The examples given were of employees actually fired for expressing non-PC opinions.  Nobody outside of the idiot populist president who has zero say in the matter is saying anything about firing players.

Kaepernick still doesn’t have a job.

1 hour ago, jon_mx said:

Then stating:

"The cure for bad speech is better speech — not censorship." 

is condescending (conservative speech = bad speech).  The best speech is free speech, not some elitist self-judged 'better speech.'

That’s a frankly bizarre misinterpretation of the phrase. Kaepernick is not conservative. French is. French is saying that the cure for kneeling is criticizing it, not prohibiting it.

1 hour ago, jon_mx said:

The vast majority of people, both conservatives and liberals, do not support firing players and in general support the players right to protest.

It’s like you’ve never been in the Kaepernick thread.

1 hour ago, jon_mx said:

And if you really care about free speech, what about real government censorship 60 days prior to an election.  David French was in full support of government censorship, but somehow this is worse?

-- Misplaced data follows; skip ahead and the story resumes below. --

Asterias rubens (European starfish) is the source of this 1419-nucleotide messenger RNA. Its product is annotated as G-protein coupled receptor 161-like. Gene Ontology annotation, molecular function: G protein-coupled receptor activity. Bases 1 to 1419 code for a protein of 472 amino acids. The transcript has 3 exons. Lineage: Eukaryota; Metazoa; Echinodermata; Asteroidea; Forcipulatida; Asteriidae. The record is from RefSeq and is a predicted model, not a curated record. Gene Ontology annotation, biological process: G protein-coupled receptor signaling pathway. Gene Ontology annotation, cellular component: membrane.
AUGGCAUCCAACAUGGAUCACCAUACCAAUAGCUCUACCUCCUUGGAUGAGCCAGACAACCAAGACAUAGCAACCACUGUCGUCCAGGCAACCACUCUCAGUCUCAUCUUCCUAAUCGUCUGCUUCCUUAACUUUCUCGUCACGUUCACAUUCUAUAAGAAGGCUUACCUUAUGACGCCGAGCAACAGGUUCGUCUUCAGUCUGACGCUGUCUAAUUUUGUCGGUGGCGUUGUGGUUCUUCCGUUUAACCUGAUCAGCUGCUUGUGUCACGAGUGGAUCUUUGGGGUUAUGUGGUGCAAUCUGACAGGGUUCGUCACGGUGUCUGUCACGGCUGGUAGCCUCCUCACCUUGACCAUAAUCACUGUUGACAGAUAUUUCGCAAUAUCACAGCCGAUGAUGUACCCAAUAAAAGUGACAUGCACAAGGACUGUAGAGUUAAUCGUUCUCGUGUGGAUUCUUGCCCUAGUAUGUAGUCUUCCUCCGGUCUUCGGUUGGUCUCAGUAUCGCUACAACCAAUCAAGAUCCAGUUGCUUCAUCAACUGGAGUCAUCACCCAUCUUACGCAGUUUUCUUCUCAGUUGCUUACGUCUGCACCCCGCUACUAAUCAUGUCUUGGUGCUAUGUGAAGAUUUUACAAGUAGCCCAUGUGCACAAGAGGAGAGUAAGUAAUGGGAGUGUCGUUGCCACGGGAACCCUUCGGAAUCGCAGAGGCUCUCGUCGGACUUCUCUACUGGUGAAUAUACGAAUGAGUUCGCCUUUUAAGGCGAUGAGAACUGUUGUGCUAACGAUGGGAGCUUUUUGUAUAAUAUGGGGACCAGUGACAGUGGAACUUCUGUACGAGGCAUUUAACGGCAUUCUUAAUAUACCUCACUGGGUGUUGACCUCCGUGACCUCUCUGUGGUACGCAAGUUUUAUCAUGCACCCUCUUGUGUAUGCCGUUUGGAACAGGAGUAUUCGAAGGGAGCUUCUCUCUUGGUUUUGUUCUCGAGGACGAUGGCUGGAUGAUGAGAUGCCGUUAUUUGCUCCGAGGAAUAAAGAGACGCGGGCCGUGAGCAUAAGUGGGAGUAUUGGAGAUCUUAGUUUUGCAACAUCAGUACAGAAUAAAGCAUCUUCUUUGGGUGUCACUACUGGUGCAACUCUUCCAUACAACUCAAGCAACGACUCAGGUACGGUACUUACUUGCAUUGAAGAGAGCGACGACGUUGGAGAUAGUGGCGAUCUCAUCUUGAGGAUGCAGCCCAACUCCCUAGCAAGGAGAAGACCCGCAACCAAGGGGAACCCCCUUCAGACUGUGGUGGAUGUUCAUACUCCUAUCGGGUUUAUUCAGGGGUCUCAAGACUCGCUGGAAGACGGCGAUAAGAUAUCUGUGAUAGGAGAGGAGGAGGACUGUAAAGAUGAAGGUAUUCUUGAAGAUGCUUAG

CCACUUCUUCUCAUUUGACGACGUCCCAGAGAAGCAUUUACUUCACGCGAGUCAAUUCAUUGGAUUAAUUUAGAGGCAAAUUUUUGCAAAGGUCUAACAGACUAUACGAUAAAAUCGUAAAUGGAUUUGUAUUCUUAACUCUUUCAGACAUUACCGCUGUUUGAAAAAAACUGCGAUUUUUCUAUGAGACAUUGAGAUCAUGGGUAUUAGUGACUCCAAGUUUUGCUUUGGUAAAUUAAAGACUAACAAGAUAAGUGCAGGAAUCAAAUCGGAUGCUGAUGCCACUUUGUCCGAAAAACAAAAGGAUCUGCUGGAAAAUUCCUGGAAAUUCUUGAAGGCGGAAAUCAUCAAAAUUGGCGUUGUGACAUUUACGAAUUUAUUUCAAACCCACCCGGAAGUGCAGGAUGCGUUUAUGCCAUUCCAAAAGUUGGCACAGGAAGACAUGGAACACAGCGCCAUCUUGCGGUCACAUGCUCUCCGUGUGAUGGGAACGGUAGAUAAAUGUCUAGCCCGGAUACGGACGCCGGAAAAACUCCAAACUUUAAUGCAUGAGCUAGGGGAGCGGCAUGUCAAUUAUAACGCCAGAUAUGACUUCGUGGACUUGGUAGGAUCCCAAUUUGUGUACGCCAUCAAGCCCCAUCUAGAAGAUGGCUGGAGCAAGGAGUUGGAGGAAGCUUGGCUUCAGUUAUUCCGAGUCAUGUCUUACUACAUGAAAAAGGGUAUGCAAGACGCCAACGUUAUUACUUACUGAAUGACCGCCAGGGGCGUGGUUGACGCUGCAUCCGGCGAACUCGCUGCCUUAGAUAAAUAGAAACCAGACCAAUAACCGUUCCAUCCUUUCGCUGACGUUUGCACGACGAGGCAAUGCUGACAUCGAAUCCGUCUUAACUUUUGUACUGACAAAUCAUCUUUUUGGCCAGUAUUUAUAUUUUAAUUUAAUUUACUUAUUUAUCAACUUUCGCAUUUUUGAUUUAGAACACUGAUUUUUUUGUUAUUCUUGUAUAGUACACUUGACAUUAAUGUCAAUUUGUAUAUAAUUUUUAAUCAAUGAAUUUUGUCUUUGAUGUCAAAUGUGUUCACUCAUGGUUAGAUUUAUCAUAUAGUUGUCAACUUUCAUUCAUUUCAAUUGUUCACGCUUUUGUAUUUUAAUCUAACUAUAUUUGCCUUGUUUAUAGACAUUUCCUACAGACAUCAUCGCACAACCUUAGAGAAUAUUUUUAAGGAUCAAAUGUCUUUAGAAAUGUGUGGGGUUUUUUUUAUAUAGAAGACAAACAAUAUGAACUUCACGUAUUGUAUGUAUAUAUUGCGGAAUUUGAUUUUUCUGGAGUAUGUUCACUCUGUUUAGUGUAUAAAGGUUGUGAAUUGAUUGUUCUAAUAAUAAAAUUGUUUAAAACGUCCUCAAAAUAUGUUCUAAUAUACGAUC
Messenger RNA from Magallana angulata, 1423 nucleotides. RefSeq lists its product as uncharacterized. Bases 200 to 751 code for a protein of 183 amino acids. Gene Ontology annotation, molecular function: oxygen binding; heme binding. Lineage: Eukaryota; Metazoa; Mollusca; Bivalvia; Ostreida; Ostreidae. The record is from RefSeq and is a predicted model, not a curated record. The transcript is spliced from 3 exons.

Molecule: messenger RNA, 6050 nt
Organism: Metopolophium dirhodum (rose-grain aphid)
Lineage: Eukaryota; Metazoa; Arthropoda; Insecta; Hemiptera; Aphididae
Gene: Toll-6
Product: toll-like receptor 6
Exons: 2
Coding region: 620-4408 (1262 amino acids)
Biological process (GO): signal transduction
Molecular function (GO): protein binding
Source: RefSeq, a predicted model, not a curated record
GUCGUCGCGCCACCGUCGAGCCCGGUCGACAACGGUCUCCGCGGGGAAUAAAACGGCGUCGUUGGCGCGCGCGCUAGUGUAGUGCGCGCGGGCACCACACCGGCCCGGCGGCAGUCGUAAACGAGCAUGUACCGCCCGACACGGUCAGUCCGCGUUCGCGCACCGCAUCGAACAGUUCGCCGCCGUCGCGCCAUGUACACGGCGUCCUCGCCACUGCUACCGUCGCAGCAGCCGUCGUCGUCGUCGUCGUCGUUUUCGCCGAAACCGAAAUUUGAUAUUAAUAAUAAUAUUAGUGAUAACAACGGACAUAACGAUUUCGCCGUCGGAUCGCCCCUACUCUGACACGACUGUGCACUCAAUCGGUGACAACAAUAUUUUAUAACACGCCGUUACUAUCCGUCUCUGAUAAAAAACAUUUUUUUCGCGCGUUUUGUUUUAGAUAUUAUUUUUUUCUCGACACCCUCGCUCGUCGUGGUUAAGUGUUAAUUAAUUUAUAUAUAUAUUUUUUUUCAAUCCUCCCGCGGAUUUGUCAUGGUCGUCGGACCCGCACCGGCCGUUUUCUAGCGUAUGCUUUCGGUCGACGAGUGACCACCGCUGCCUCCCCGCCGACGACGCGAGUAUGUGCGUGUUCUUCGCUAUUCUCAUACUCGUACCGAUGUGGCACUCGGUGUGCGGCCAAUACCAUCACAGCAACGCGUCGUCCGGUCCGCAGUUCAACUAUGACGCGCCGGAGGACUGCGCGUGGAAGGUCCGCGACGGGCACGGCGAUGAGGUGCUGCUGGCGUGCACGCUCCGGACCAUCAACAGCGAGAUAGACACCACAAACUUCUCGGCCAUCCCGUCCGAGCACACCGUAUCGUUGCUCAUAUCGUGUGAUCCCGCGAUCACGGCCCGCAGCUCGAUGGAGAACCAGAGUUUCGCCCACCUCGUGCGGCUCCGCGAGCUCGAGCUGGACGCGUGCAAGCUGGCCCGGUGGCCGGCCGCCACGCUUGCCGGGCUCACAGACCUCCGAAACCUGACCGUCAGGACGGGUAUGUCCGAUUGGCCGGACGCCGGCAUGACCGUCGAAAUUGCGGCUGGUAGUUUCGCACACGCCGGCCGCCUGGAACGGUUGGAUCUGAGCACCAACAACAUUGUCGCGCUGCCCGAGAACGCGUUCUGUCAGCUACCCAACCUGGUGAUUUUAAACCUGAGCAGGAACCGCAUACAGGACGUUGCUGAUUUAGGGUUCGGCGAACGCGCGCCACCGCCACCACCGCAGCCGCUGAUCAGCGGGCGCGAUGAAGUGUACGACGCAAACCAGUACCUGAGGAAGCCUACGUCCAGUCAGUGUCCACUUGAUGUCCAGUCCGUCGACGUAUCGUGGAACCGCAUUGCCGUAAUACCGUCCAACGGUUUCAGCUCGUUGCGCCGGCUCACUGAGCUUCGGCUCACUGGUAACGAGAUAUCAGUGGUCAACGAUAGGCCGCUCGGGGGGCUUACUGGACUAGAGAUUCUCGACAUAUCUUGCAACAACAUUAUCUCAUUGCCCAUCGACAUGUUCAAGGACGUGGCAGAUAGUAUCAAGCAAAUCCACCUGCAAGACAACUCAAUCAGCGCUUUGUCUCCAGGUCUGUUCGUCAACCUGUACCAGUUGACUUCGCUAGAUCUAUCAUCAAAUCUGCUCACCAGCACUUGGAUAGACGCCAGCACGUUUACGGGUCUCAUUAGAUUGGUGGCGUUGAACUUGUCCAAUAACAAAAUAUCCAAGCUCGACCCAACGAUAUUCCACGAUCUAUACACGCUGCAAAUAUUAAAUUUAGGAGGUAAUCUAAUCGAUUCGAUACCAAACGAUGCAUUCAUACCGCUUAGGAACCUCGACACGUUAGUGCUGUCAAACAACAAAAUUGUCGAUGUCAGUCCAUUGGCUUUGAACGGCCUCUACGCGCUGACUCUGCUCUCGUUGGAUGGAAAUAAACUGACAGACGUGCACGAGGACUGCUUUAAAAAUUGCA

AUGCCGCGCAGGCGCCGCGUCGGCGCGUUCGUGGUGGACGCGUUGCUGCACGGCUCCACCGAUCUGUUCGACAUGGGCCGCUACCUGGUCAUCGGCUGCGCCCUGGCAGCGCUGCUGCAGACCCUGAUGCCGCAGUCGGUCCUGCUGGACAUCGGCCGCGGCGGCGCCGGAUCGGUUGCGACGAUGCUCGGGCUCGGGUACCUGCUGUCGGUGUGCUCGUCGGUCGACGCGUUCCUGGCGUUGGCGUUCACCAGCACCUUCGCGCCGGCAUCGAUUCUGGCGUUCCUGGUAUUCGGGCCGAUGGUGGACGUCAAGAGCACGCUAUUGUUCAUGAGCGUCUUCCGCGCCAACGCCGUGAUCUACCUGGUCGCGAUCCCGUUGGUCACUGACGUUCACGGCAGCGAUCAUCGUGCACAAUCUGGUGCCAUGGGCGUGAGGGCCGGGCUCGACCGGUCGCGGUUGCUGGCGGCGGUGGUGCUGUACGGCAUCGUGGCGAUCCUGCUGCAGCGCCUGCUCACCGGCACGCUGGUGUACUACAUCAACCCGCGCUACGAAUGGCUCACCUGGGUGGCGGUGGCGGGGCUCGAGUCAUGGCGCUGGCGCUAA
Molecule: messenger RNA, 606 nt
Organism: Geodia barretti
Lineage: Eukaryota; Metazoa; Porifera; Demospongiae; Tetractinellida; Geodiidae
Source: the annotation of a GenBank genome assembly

Link to David French supporting government censorship?

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16 minutes ago, Man of Constant Sorrow said:

Noting the significant rise in "witch hunts" these days, perhaps being burned alive upon a pyre may not be too dumb a place for said sword fall.

?

Just say'in.


 

I can’t think of a fiery pyre without thinking of Khaleesi and perhaps her falling on my sword. Queen of the Andals and the First Men indeed. 

Edited by Ilov80s
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2 hours ago, Maurile Tremblay said:

Kaepernick still doesn’t have a job.

True, but he was not fired.   SF was happy to not resign him due to performance. I suppose we will find out if there was any collusion.

Quote

That’s a frankly bizarre misinterpretation of the phrase. Kaepernick is not conservative. French is. French is saying that the cure for kneeling is criticizing it, not prohibiting it.